Structural Policies in the Slovakian Carpathians. State Development Policies and their Social and Ecological Consequences (Post-doc Project)
After 1945 the socialist state intervened in the peripheral Slovakian Carpathian region with its stagnating mining industry and traditional farming and brought about fundamental change through industrial development, structural policies, and the transformation of the agricultural sector, altering the life of the local population and the cultural space they inhabited beyond recognition. This project seeks to examine the concepts and plans on which the development of the mountainous region were based and the consequences of this development for the local population and the environment. It analyses how interventions into cultural space, usage conflicts, and new environmental hazards were negotiated under state socialist conditions. This approach makes it possible to investigate the relationship of the centre to the periphery in the specific Czechoslovakian context and to establish the extent to which there was an awareness of landscape and an ecological consciousness under socialism. On a more general level the project is concerned with the question of whether similar development paths were taken in other European countries in the second half of the twentieth century, or whether differences predominate in the development of natural and cultural spaces in East and West.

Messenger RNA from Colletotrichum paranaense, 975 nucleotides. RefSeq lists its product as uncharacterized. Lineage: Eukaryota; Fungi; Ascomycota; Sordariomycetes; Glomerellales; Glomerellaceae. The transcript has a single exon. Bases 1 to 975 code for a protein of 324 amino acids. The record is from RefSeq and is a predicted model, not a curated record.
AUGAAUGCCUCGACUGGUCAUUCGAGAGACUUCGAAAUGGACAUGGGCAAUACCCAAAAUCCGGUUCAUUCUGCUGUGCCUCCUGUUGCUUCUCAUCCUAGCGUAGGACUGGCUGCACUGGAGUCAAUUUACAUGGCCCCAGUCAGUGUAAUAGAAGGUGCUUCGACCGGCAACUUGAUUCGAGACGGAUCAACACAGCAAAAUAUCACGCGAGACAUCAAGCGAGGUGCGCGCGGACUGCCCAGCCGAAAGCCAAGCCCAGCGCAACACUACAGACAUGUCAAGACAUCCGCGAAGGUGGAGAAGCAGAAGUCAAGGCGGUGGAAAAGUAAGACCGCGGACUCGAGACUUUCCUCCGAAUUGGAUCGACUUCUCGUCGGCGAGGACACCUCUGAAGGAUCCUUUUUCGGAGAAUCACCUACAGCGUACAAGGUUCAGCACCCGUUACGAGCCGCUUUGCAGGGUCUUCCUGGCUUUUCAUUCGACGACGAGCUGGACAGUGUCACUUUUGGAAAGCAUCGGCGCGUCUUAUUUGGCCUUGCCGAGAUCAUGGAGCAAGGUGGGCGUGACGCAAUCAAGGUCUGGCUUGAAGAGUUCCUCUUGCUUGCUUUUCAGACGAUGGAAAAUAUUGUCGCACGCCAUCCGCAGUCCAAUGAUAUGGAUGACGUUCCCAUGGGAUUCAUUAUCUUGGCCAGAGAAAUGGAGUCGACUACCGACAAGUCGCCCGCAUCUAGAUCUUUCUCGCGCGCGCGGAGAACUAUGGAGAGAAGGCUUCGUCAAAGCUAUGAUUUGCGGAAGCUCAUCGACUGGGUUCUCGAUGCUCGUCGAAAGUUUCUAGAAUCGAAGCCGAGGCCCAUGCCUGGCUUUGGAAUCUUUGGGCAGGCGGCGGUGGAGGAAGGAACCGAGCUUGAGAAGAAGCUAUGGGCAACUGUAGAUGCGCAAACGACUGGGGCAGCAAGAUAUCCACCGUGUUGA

Dr. Martin Zückert
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